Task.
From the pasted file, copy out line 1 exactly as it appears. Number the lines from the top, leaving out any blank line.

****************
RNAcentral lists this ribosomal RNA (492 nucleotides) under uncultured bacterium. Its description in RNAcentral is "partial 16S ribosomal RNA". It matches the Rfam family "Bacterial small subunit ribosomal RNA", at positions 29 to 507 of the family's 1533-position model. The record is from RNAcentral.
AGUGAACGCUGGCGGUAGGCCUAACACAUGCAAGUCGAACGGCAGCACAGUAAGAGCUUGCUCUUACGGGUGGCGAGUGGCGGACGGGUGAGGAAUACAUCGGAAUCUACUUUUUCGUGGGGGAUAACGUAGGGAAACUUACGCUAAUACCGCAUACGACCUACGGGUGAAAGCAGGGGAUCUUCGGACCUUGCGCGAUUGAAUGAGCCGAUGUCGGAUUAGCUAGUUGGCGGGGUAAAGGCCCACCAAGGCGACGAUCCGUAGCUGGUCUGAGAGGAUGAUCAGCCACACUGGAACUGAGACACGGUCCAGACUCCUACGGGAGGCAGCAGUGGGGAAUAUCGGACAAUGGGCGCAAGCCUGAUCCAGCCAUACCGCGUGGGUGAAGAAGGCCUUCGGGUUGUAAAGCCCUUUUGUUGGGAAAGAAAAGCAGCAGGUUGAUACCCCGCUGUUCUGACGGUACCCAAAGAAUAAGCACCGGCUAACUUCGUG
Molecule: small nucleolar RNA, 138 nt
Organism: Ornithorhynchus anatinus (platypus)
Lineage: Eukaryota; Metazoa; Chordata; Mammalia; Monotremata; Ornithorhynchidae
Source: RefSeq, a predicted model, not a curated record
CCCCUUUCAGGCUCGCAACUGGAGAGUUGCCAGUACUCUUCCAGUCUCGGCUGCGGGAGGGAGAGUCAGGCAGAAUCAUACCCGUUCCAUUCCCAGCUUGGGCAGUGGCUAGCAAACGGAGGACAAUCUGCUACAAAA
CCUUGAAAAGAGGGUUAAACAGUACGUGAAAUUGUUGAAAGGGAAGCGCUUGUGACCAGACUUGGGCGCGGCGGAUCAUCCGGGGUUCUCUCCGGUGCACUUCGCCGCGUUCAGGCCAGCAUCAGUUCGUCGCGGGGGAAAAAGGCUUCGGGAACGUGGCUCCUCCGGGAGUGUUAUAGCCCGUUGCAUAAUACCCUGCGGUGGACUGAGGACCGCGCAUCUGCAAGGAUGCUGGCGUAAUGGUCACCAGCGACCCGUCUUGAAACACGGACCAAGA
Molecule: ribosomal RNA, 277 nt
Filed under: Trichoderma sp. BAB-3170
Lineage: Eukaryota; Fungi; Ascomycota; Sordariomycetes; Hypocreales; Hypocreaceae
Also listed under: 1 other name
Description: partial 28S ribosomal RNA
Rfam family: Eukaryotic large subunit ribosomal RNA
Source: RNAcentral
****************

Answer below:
RNAcentral lists this ribosomal RNA (492 nucleotides) under uncultured bacterium. Its description in RNAcentral is "partial 16S ribosomal RNA". It matches the Rfam family "Bacterial small subunit ribosomal RNA", at positions 29 to 507 of the family's 1533-position model. The record is from RNAcentral.